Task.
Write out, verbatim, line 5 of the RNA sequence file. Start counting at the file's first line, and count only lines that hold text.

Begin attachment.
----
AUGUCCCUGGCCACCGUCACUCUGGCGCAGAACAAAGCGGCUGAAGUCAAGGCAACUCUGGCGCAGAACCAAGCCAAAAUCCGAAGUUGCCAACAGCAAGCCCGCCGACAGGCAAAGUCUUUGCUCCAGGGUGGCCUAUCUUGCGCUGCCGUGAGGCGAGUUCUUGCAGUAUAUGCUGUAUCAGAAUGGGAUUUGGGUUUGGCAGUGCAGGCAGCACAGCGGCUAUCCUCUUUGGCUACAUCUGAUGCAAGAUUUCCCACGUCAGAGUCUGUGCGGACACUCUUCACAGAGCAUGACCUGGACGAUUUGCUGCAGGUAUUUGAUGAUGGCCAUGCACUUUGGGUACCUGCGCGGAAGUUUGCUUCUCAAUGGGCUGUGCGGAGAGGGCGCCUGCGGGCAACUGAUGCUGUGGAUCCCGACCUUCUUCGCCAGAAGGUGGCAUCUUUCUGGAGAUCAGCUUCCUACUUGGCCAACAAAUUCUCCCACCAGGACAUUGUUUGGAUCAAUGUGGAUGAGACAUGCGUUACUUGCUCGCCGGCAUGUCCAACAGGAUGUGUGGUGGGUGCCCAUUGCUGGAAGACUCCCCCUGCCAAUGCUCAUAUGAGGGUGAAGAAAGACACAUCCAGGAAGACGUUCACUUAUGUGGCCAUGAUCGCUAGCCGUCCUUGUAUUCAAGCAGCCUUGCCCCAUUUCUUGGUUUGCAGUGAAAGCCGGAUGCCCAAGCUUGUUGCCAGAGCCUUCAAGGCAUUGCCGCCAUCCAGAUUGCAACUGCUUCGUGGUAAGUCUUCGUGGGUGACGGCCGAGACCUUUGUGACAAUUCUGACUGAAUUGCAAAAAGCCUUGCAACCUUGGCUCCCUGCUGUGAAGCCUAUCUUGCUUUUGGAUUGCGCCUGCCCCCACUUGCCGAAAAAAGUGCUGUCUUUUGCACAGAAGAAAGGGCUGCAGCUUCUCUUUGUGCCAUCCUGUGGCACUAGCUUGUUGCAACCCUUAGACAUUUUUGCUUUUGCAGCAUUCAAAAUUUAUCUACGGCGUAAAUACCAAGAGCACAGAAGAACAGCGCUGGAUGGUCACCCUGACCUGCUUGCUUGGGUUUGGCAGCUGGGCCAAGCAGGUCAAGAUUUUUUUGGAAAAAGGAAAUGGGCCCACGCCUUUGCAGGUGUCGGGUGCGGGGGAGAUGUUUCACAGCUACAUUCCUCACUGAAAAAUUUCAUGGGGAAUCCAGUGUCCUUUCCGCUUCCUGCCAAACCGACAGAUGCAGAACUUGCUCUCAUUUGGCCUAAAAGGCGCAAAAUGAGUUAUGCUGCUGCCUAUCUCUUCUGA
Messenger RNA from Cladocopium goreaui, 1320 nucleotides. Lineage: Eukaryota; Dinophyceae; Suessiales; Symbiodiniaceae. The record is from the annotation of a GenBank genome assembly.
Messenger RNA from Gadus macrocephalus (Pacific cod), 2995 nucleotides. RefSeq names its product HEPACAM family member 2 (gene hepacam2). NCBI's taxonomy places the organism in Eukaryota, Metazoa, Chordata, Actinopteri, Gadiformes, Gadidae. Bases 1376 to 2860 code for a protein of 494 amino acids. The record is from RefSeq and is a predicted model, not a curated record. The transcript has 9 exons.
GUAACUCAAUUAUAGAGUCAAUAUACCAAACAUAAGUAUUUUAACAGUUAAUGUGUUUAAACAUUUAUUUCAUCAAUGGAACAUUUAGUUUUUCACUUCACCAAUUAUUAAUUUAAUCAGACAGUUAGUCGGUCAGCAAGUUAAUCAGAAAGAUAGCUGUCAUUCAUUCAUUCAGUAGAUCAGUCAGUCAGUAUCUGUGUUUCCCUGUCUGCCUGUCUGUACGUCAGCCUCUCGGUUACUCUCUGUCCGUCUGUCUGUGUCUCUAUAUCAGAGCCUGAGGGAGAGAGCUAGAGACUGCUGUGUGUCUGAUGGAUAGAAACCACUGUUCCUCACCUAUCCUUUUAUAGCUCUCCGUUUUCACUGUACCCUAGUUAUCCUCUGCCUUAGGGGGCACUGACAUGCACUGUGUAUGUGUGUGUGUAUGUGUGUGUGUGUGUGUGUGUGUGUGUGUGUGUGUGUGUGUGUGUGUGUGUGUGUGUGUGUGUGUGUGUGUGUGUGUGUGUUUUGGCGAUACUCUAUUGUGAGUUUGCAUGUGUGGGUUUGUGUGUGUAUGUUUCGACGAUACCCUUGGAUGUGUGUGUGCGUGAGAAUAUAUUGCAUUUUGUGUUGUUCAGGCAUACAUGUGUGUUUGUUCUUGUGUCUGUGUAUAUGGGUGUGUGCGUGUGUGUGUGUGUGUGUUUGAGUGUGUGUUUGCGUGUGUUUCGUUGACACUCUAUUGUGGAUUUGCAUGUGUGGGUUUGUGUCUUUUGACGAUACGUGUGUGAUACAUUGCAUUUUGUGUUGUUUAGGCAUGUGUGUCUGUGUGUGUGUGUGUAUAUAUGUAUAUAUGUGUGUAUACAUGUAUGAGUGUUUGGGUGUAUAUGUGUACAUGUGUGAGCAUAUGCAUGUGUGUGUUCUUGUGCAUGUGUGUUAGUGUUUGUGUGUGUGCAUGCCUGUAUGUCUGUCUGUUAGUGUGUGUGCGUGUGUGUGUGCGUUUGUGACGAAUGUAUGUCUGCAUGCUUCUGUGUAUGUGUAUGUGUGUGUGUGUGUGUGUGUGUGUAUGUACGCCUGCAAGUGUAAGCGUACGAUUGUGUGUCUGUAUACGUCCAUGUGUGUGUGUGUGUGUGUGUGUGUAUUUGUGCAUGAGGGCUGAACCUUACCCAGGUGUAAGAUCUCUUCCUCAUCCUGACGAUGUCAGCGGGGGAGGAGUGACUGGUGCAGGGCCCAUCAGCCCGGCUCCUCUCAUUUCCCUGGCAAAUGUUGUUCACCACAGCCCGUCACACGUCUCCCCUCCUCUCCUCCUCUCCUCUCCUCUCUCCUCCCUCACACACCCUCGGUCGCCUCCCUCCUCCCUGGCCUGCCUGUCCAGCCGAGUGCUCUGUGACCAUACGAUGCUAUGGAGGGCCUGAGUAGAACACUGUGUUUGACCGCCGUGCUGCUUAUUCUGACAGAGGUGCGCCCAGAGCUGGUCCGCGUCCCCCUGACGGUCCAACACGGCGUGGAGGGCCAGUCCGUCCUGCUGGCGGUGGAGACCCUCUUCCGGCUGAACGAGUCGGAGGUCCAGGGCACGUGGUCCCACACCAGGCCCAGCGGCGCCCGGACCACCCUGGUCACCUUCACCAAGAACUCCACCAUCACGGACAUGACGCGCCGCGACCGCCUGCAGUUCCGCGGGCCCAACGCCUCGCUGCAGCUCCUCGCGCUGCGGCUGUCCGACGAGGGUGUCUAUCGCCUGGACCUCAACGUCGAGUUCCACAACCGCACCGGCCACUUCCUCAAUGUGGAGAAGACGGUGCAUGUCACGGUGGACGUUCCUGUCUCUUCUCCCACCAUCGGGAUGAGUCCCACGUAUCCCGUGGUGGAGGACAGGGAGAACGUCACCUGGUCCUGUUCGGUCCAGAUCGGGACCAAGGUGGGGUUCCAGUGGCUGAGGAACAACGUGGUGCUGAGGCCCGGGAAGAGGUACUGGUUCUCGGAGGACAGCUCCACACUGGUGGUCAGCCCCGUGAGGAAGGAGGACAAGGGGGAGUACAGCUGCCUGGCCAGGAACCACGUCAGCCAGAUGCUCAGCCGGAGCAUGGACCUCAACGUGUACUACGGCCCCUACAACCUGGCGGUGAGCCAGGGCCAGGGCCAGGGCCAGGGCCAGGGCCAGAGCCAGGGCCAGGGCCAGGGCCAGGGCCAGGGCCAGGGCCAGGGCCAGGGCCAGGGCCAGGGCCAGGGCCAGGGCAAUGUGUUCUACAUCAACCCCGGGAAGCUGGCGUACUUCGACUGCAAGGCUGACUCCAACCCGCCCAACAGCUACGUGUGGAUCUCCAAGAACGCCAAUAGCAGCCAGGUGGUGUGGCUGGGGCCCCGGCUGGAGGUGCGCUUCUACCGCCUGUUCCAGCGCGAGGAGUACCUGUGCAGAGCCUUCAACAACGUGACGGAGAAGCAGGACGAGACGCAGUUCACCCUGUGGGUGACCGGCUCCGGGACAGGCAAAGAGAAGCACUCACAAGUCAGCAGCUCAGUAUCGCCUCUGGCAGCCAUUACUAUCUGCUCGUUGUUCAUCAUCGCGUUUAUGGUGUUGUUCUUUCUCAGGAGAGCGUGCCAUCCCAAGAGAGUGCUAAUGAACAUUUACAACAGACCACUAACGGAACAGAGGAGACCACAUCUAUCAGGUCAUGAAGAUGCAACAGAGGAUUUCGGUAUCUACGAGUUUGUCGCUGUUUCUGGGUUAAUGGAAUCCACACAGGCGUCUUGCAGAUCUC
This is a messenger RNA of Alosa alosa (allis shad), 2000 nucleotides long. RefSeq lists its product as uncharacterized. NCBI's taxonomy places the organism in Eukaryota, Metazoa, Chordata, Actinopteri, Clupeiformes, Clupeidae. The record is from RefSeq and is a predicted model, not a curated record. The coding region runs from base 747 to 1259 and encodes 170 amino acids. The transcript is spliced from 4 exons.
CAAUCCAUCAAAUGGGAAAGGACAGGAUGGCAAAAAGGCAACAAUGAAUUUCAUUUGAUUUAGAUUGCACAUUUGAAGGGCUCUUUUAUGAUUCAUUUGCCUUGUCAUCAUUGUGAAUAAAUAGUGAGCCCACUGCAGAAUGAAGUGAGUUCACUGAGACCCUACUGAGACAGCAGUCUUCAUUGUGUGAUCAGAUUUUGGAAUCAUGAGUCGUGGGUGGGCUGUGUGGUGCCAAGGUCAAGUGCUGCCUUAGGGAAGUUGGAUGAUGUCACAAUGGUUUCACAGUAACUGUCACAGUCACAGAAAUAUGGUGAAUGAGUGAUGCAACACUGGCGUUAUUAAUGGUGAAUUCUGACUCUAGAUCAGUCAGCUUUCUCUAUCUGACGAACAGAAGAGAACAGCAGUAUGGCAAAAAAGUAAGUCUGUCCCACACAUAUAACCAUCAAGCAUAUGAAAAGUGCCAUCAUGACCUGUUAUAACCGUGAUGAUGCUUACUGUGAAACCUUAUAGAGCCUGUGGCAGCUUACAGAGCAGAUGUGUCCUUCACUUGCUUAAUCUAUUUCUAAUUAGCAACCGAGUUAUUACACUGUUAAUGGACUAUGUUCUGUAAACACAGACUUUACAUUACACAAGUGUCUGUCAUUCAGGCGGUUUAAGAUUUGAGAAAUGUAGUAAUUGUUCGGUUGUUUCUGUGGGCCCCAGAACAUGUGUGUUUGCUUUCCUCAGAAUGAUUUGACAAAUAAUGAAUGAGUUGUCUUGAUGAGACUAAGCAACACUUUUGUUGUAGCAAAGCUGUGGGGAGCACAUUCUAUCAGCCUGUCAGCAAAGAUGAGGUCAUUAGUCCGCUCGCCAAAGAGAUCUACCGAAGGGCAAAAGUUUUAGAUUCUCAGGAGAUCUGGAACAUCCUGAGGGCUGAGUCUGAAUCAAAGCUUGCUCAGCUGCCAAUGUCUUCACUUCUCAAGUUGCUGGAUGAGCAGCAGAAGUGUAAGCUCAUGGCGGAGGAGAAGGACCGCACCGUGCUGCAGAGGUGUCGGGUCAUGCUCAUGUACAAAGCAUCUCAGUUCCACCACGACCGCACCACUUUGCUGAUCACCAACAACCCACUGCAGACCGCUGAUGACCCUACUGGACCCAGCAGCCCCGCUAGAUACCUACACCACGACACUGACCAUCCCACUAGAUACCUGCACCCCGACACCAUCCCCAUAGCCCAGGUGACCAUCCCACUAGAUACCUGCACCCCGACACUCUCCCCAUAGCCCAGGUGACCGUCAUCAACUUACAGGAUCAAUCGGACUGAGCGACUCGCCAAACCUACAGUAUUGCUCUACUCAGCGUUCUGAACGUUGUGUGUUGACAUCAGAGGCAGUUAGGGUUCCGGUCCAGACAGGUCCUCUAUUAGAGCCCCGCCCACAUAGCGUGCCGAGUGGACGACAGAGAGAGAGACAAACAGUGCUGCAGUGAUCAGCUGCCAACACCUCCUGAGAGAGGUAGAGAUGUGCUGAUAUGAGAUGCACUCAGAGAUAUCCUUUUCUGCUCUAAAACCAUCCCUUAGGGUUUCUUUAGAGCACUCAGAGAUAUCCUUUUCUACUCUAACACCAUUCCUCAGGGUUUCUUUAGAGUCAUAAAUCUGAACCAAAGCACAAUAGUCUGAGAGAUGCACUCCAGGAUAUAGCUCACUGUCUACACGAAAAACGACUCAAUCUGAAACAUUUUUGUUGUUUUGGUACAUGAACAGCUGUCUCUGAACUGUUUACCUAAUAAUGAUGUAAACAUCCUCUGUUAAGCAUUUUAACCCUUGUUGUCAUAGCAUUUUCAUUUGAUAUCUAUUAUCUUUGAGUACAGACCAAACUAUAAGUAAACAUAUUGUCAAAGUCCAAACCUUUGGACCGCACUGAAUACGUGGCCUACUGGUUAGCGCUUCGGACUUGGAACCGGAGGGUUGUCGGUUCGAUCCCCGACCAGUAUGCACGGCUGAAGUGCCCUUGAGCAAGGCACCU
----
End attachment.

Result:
This is a messenger RNA of Alosa alosa (allis shad), 2000 nucleotides long. RefSeq lists its product as uncharacterized. NCBI's taxonomy places the organism in Eukaryota, Metazoa, Chordata, Actinopteri, Clupeiformes, Clupeidae. The record is from RefSeq and is a predicted model, not a curated record. The coding region runs from base 747 to 1259 and encodes 170 amino acids. The transcript is spliced from 4 exons.